Zebra mussel larvae, known as veligers, have been confirmed in Lake Bridgeport. The news comes days after the discovery of the invasive exotic in Lewisville Lake.
A zebra mussel population is suspected in Lake Bridgeport because zebra mussel DNA was found in the fall of 2011 and 2012, and some veligers were detected this spring in plankton tows. Samples collected by the Tarrant Regional Water District (TRWD) from Lake Bridgeport on June 6 were examined using cross polarized light microscopy and suspect veligers were detected. Dr. Bob McMahon with The University of Texas-Arlington (UTA) confirmed these results on June 17.
It is important to note that to date no settled juvenile or adult zebra mussels have been found in Lake Bridgeport to suggest a self-sustaining population. Given the high mortality rates of zebra mussel veligers it’s not a guarantee that a population exists but given these results and the DNA results from the past two years it is likely that the lake is infested.
Routine monitoring by the TRWD, UTA and Texas Parks and Wildlife Department (TPWD) will continue on the reservoir to determine if there is any growth or spread of the mussels. Also, because lakes Eagle Mountain and Worth are downstream of Lake Bridgeport they are also at risk and will continue to be monitored.
Zebra mussels can have economic and recreational impacts in Texas reservoirs. They can clog public-water intake pipes, harm boats and motors left in infested waters by covering boat hulls and clogging water-cooling systems, annoy boat-dock owners by completely covering anything left under water and can make water recreation hazardous because of their razor-sharp edges.
From the environmental perspective, zebra mussels are filter feeders, which mean they compete with baitfish such as shad for available forage. Any impact on baitfish in turn can affect their predators — game fish such as bass, striped bass and catfish. Zebra mussels are also very harmful to native mussel populations because they will colonize on their shells and essentially suffocate them.
The spread can be slowed by making sure boats that operate in zebra mussel-infested waters are not used in any other body of water until they have been cleaned, drained and dried. In addition, TPWD adopted rules regarding the transfer of zebra mussel larvae in water from lakes Texoma, Lavon, Ray Roberts and Lewisville. To comply with these rules, boaters and anglers need to drain all water from their boats (including live wells) before leaving those lakes.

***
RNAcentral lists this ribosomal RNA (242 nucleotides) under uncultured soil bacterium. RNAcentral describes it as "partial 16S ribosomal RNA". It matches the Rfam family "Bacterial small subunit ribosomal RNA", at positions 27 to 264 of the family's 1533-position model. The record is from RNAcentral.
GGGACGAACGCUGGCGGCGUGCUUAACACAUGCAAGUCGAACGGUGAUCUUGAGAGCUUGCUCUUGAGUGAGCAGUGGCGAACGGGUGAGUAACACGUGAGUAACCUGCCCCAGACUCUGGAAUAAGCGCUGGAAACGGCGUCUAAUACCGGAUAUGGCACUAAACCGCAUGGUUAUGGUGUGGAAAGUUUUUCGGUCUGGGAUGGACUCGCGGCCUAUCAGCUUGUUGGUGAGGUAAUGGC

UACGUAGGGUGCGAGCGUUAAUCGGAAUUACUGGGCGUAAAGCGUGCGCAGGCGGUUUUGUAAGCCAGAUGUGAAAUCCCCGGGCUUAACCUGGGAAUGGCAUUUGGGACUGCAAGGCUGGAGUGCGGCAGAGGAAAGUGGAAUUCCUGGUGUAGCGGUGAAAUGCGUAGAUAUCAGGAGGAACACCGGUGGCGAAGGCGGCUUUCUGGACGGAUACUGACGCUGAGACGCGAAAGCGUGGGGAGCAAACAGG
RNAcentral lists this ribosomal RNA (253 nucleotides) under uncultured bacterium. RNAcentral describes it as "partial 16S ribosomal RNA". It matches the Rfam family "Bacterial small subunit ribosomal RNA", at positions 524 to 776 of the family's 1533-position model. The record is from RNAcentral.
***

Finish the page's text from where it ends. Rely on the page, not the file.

TPWD and a coalition of partners have been reaching out to boaters in Texas with an advertising campaign to educate them not to transport the tiny mussels or their microscopic larvae, which are invisible to the naked eye and can stay alive inside livewells, bait buckets and other parts of the boat for up to a week. These partners include: Tarrant Regional Water District,North Texas Municipal Water District, Trinity River Authority, City of Dallas Water Utilities Department, Upper Trinity Regional Water District, Sabine River Authority, Canadian River Municipal Water Authority, San Jacinto River Authority, Brazos River Authority, City of Grapevine, City of Houston, City of Waco and Lady Bird Johnson Wildflower Center.
Originally from the Balkans, Poland and the former Soviet Union, zebra mussels found their way to the Americas in the 1980s via ballast water of a ship. The small invaders were first found in 1988 in Lake St. Clair, Mich., and are currently known to have infested 29 states and more than 600 lakes or reservoirs in the United States.
Anyone wishing to receive a supply of informational brochures, wallet cards or posters about zebra mussels to distribute to boaters around lakes Bridgeport, Lewisville, Ray Roberts or Texoma, please contact firstname.lastname@example.org. For more information regarding zebra mussels visit www.texasinvasives.org.
SOURCE and LINK:
Texas Parks and Wildlife Department